Bury This by Andrea Portes is a peculiar little novel about a cold case finally being solved after twenty-five years. In 1978, a young woman named Beth Krause was brutally murdered, her body abandoned by the side of a snowy road in her small hometown of Muskegon, Michigan. With no real leads or any particular suspects, her murder was never solved and became a well-known cold case to locals. No matter how many years passed, however, the detective initially in charge of the investigation was never able to live down the inner guilt he felt for not being able to bring justice to Beth’s memory and her grieving parents. Her best friend Shauna, a troubled yet sensitive girl with a deep desire to be accepted and loved, turned to the comfort of food after Beth’s murder, becoming an obese shut-in and the joke of the town.
It’s when a group of college students decide to make a documentary about Beth’s murder that new interest is sparked in the unsolved case, leading a now middle-aged Shauna down a path of painful memories she can no longer hide from, and Detective Barnett on the hunt for the truth he’d been so desperate to find for more than two decades. With old evidence, once overlooked or thought to be insignificant, proving to be the keys to the case, the sleepy town of Muskegon is finally able to learn what happened to their sweet, innocent Beth and why she met such a tragic, untimely end at the age of 21.
I found the entire murder of Beth – the investigation, the motive (once revealed), the aftermath – to be entirely realistic and well dealt with. I liked the depth that Andrea Portes gave to each character’s personality, and I found both Beth and Shauna to be especially intriguing young girls – particularly the dynamics of their close albeit rocky friendship. The book is written in a stream of consciousness style, which is pretty different for this type of novel. It often switches character perspective abruptly and goes in and out of third and first person randomly. This can make the book a little tricky to navigate, and to be honest I wasn’t sure I wanted to read past the first chapter at first, but Portes’ writing somehow built up an itching sort of curiosity in me and kept me turning the pages, caught in the idiosyncratic yet fascinating web she was weaving together to tell this story. It seemed like every time I picked Bury This up to read, I’d thought to myself how I wasn’t sure I even wanted to, but once I got started I couldn’t seem to put it down.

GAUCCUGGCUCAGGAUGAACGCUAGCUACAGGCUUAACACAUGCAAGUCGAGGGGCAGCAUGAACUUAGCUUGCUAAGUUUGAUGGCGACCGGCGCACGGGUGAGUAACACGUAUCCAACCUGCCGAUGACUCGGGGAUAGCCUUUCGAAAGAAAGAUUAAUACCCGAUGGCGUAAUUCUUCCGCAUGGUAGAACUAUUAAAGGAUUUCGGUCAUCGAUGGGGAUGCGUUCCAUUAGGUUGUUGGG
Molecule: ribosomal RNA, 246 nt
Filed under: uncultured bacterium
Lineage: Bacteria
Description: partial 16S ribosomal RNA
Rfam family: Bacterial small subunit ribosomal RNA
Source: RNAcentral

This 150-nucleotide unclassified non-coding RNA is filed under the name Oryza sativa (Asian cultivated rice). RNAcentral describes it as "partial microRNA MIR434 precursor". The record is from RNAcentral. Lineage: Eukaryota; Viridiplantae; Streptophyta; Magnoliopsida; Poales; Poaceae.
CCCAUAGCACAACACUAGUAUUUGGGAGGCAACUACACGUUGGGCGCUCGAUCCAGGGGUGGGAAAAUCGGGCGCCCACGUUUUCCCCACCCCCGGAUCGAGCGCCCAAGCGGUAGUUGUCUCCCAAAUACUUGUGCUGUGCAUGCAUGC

I would’ve liked for the documentary crew to have had more to do with solving the murder though, if only because that was the impression I got from the jacket description and felt a little cheated when I actually got to reading the book and realized they were only active in a few short chapters. I think I was initially expecting The Virgin Suicides meets The Blair Witch Project with this book, and that’s definitely not what Bury This is. What the book in fact is, is the literary equivalent of a 90s Lifetime movie with a cold case “ripped from the headlines” as its focal point and told in a mixture of pretty prose and gritty poetry. The writing style that Andrea Portes uses is not going to be for everyone, but it’s undeniable that she is a wonderful writer whose work deserves to be recognized and given a shot. Her book is a pretty unusual one, given the way in which its subject matter is written about, but it’s not bad, and personally I feel it is easily worthy of a recommendation.